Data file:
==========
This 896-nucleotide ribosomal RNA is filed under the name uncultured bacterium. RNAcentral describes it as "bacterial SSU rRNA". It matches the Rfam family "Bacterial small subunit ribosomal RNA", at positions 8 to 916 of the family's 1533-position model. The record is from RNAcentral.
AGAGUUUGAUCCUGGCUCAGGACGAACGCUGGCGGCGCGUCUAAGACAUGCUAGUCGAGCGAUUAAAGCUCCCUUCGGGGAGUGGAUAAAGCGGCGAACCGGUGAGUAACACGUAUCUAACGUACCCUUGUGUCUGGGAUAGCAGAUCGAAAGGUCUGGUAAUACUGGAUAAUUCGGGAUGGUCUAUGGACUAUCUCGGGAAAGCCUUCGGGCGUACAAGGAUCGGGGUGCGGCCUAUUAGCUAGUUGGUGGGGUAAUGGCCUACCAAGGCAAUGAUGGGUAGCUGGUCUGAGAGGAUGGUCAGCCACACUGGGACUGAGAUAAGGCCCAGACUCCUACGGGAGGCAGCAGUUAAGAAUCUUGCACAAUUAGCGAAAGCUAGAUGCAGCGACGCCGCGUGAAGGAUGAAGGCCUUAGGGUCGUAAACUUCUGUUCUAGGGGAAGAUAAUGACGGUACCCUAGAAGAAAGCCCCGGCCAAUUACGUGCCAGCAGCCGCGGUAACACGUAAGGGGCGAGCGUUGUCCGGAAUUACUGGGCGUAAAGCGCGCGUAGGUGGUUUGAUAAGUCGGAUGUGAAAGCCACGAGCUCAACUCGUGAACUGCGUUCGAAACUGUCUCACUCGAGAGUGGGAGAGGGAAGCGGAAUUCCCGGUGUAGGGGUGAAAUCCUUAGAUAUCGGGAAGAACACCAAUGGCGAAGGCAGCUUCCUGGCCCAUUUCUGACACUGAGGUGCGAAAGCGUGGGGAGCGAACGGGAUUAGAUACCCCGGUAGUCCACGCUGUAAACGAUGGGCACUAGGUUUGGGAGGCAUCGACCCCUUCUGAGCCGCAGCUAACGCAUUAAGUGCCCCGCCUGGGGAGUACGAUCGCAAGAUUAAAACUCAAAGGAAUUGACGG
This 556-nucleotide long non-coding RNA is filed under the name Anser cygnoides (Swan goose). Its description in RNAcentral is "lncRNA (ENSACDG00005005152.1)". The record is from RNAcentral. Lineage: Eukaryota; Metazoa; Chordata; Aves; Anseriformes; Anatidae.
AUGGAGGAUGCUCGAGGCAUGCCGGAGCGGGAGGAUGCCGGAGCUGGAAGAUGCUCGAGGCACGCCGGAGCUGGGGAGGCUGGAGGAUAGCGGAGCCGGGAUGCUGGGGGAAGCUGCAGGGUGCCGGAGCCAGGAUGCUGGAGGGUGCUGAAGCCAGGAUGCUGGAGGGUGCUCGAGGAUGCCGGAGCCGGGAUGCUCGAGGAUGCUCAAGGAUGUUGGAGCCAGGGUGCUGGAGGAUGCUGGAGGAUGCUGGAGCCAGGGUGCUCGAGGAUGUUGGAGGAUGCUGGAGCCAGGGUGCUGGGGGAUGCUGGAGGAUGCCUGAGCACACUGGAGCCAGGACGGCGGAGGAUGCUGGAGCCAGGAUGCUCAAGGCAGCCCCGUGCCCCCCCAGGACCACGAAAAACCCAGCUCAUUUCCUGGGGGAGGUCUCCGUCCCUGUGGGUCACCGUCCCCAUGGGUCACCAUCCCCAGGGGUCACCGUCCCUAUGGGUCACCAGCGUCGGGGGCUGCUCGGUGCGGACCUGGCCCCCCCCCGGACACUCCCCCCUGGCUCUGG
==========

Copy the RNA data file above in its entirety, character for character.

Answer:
This 896-nucleotide ribosomal RNA is filed under the name uncultured bacterium. RNAcentral describes it as "bacterial SSU rRNA". It matches the Rfam family "Bacterial small subunit ribosomal RNA", at positions 8 to 916 of the family's 1533-position model. The record is from RNAcentral.
AGAGUUUGAUCCUGGCUCAGGACGAACGCUGGCGGCGCGUCUAAGACAUGCUAGUCGAGCGAUUAAAGCUCCCUUCGGGGAGUGGAUAAAGCGGCGAACCGGUGAGUAACACGUAUCUAACGUACCCUUGUGUCUGGGAUAGCAGAUCGAAAGGUCUGGUAAUACUGGAUAAUUCGGGAUGGUCUAUGGACUAUCUCGGGAAAGCCUUCGGGCGUACAAGGAUCGGGGUGCGGCCUAUUAGCUAGUUGGUGGGGUAAUGGCCUACCAAGGCAAUGAUGGGUAGCUGGUCUGAGAGGAUGGUCAGCCACACUGGGACUGAGAUAAGGCCCAGACUCCUACGGGAGGCAGCAGUUAAGAAUCUUGCACAAUUAGCGAAAGCUAGAUGCAGCGACGCCGCGUGAAGGAUGAAGGCCUUAGGGUCGUAAACUUCUGUUCUAGGGGAAGAUAAUGACGGUACCCUAGAAGAAAGCCCCGGCCAAUUACGUGCCAGCAGCCGCGGUAACACGUAAGGGGCGAGCGUUGUCCGGAAUUACUGGGCGUAAAGCGCGCGUAGGUGGUUUGAUAAGUCGGAUGUGAAAGCCACGAGCUCAACUCGUGAACUGCGUUCGAAACUGUCUCACUCGAGAGUGGGAGAGGGAAGCGGAAUUCCCGGUGUAGGGGUGAAAUCCUUAGAUAUCGGGAAGAACACCAAUGGCGAAGGCAGCUUCCUGGCCCAUUUCUGACACUGAGGUGCGAAAGCGUGGGGAGCGAACGGGAUUAGAUACCCCGGUAGUCCACGCUGUAAACGAUGGGCACUAGGUUUGGGAGGCAUCGACCCCUUCUGAGCCGCAGCUAACGCAUUAAGUGCCCCGCCUGGGGAGUACGAUCGCAAGAUUAAAACUCAAAGGAAUUGACGG
This 556-nucleotide long non-coding RNA is filed under the name Anser cygnoides (Swan goose). Its description in RNAcentral is "lncRNA (ENSACDG00005005152.1)". The record is from RNAcentral. Lineage: Eukaryota; Metazoa; Chordata; Aves; Anseriformes; Anatidae.
AUGGAGGAUGCUCGAGGCAUGCCGGAGCGGGAGGAUGCCGGAGCUGGAAGAUGCUCGAGGCACGCCGGAGCUGGGGAGGCUGGAGGAUAGCGGAGCCGGGAUGCUGGGGGAAGCUGCAGGGUGCCGGAGCCAGGAUGCUGGAGGGUGCUGAAGCCAGGAUGCUGGAGGGUGCUCGAGGAUGCCGGAGCCGGGAUGCUCGAGGAUGCUCAAGGAUGUUGGAGCCAGGGUGCUGGAGGAUGCUGGAGGAUGCUGGAGCCAGGGUGCUCGAGGAUGUUGGAGGAUGCUGGAGCCAGGGUGCUGGGGGAUGCUGGAGGAUGCCUGAGCACACUGGAGCCAGGACGGCGGAGGAUGCUGGAGCCAGGAUGCUCAAGGCAGCCCCGUGCCCCCCCAGGACCACGAAAAACCCAGCUCAUUUCCUGGGGGAGGUCUCCGUCCCUGUGGGUCACCGUCCCCAUGGGUCACCAUCCCCAGGGGUCACCGUCCCUAUGGGUCACCAGCGUCGGGGGCUGCUCGGUGCGGACCUGGCCCCCCCCCGGACACUCCCCCCUGGCUCUGG